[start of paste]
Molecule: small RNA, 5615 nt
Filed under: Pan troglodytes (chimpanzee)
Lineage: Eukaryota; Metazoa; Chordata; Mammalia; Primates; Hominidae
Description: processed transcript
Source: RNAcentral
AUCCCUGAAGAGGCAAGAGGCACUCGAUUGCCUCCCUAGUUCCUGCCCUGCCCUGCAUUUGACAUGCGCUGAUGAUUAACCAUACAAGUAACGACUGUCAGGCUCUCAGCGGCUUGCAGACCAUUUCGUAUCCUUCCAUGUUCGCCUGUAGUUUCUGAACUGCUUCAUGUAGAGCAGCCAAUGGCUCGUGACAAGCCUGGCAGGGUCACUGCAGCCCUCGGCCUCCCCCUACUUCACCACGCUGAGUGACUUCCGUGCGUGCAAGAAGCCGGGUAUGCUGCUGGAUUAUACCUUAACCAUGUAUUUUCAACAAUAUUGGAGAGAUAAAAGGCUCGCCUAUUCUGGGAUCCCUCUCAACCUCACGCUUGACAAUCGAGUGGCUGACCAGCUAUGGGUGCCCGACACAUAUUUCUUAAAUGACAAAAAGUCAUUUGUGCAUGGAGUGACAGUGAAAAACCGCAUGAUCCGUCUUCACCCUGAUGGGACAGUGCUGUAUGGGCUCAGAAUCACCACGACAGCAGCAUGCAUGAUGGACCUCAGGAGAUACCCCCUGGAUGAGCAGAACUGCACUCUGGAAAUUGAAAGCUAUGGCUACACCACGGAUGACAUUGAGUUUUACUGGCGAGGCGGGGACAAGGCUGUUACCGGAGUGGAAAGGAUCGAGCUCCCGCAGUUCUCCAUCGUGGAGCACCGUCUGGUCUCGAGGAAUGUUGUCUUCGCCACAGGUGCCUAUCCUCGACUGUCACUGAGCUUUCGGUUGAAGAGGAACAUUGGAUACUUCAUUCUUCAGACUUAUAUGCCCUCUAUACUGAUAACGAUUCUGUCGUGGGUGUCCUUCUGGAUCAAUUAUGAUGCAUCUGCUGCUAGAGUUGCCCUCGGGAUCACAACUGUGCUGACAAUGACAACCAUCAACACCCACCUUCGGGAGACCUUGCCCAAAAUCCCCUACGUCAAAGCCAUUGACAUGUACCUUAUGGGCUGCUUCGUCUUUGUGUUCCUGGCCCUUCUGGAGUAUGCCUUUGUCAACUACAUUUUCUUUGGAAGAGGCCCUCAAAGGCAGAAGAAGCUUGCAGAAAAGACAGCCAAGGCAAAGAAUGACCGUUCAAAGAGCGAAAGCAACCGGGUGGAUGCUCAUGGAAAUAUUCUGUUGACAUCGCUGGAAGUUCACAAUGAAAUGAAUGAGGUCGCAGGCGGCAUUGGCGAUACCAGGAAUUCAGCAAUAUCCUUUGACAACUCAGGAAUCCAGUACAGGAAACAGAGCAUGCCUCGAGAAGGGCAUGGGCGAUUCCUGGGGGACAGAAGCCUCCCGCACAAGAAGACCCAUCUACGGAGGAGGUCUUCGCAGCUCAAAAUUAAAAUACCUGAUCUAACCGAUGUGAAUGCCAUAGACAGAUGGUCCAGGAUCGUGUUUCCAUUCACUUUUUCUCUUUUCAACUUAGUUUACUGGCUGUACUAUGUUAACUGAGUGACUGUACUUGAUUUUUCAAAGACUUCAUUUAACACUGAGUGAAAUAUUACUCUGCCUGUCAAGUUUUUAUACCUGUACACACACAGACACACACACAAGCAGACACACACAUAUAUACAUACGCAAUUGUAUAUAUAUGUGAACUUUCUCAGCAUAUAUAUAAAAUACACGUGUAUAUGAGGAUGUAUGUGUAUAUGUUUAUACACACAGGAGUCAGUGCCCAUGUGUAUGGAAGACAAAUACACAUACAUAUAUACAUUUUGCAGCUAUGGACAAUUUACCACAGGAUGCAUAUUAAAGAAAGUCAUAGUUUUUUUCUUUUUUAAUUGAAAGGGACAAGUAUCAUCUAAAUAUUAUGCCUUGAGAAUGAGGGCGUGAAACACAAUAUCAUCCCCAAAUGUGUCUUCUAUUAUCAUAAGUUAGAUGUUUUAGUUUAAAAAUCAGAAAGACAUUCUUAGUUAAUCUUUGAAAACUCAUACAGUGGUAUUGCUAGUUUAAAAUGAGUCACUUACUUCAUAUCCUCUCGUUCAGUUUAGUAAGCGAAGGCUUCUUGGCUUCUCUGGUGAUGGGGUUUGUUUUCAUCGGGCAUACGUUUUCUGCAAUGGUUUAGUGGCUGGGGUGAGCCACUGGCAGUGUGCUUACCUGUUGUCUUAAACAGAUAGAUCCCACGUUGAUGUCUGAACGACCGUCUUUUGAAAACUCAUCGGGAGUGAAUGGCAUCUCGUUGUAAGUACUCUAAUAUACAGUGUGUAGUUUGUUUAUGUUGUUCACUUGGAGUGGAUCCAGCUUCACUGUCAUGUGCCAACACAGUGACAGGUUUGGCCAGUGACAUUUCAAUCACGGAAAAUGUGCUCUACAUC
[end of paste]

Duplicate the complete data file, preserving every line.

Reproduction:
Molecule: small RNA, 5615 nt
Filed under: Pan troglodytes (chimpanzee)
Lineage: Eukaryota; Metazoa; Chordata; Mammalia; Primates; Hominidae
Description: processed transcript
Source: RNAcentral
AUCCCUGAAGAGGCAAGAGGCACUCGAUUGCCUCCCUAGUUCCUGCCCUGCCCUGCAUUUGACAUGCGCUGAUGAUUAACCAUACAAGUAACGACUGUCAGGCUCUCAGCGGCUUGCAGACCAUUUCGUAUCCUUCCAUGUUCGCCUGUAGUUUCUGAACUGCUUCAUGUAGAGCAGCCAAUGGCUCGUGACAAGCCUGGCAGGGUCACUGCAGCCCUCGGCCUCCCCCUACUUCACCACGCUGAGUGACUUCCGUGCGUGCAAGAAGCCGGGUAUGCUGCUGGAUUAUACCUUAACCAUGUAUUUUCAACAAUAUUGGAGAGAUAAAAGGCUCGCCUAUUCUGGGAUCCCUCUCAACCUCACGCUUGACAAUCGAGUGGCUGACCAGCUAUGGGUGCCCGACACAUAUUUCUUAAAUGACAAAAAGUCAUUUGUGCAUGGAGUGACAGUGAAAAACCGCAUGAUCCGUCUUCACCCUGAUGGGACAGUGCUGUAUGGGCUCAGAAUCACCACGACAGCAGCAUGCAUGAUGGACCUCAGGAGAUACCCCCUGGAUGAGCAGAACUGCACUCUGGAAAUUGAAAGCUAUGGCUACACCACGGAUGACAUUGAGUUUUACUGGCGAGGCGGGGACAAGGCUGUUACCGGAGUGGAAAGGAUCGAGCUCCCGCAGUUCUCCAUCGUGGAGCACCGUCUGGUCUCGAGGAAUGUUGUCUUCGCCACAGGUGCCUAUCCUCGACUGUCACUGAGCUUUCGGUUGAAGAGGAACAUUGGAUACUUCAUUCUUCAGACUUAUAUGCCCUCUAUACUGAUAACGAUUCUGUCGUGGGUGUCCUUCUGGAUCAAUUAUGAUGCAUCUGCUGCUAGAGUUGCCCUCGGGAUCACAACUGUGCUGACAAUGACAACCAUCAACACCCACCUUCGGGAGACCUUGCCCAAAAUCCCCUACGUCAAAGCCAUUGACAUGUACCUUAUGGGCUGCUUCGUCUUUGUGUUCCUGGCCCUUCUGGAGUAUGCCUUUGUCAACUACAUUUUCUUUGGAAGAGGCCCUCAAAGGCAGAAGAAGCUUGCAGAAAAGACAGCCAAGGCAAAGAAUGACCGUUCAAAGAGCGAAAGCAACCGGGUGGAUGCUCAUGGAAAUAUUCUGUUGACAUCGCUGGAAGUUCACAAUGAAAUGAAUGAGGUCGCAGGCGGCAUUGGCGAUACCAGGAAUUCAGCAAUAUCCUUUGACAACUCAGGAAUCCAGUACAGGAAACAGAGCAUGCCUCGAGAAGGGCAUGGGCGAUUCCUGGGGGACAGAAGCCUCCCGCACAAGAAGACCCAUCUACGGAGGAGGUCUUCGCAGCUCAAAAUUAAAAUACCUGAUCUAACCGAUGUGAAUGCCAUAGACAGAUGGUCCAGGAUCGUGUUUCCAUUCACUUUUUCUCUUUUCAACUUAGUUUACUGGCUGUACUAUGUUAACUGAGUGACUGUACUUGAUUUUUCAAAGACUUCAUUUAACACUGAGUGAAAUAUUACUCUGCCUGUCAAGUUUUUAUACCUGUACACACACAGACACACACACAAGCAGACACACACAUAUAUACAUACGCAAUUGUAUAUAUAUGUGAACUUUCUCAGCAUAUAUAUAAAAUACACGUGUAUAUGAGGAUGUAUGUGUAUAUGUUUAUACACACAGGAGUCAGUGCCCAUGUGUAUGGAAGACAAAUACACAUACAUAUAUACAUUUUGCAGCUAUGGACAAUUUACCACAGGAUGCAUAUUAAAGAAAGUCAUAGUUUUUUUCUUUUUUAAUUGAAAGGGACAAGUAUCAUCUAAAUAUUAUGCCUUGAGAAUGAGGGCGUGAAACACAAUAUCAUCCCCAAAUGUGUCUUCUAUUAUCAUAAGUUAGAUGUUUUAGUUUAAAAAUCAGAAAGACAUUCUUAGUUAAUCUUUGAAAACUCAUACAGUGGUAUUGCUAGUUUAAAAUGAGUCACUUACUUCAUAUCCUCUCGUUCAGUUUAGUAAGCGAAGGCUUCUUGGCUUCUCUGGUGAUGGGGUUUGUUUUCAUCGGGCAUACGUUUUCUGCAAUGGUUUAGUGGCUGGGGUGAGCCACUGGCAGUGUGCUUACCUGUUGUCUUAAACAGAUAGAUCCCACGUUGAUGUCUGAACGACCGUCUUUUGAAAACUCAUCGGGAGUGAAUGGCAUCUCGUUGUAAGUACUCUAAUAUACAGUGUGUAGUUUGUUUAUGUUGUUCACUUGGAGUGGAUCCAGCUUCACUGUCAUGUGCCAACACAGUGACAGGUUUGGCCAGUGACAUUUCAAUCACGGAAAAUGUGCUCUACAUC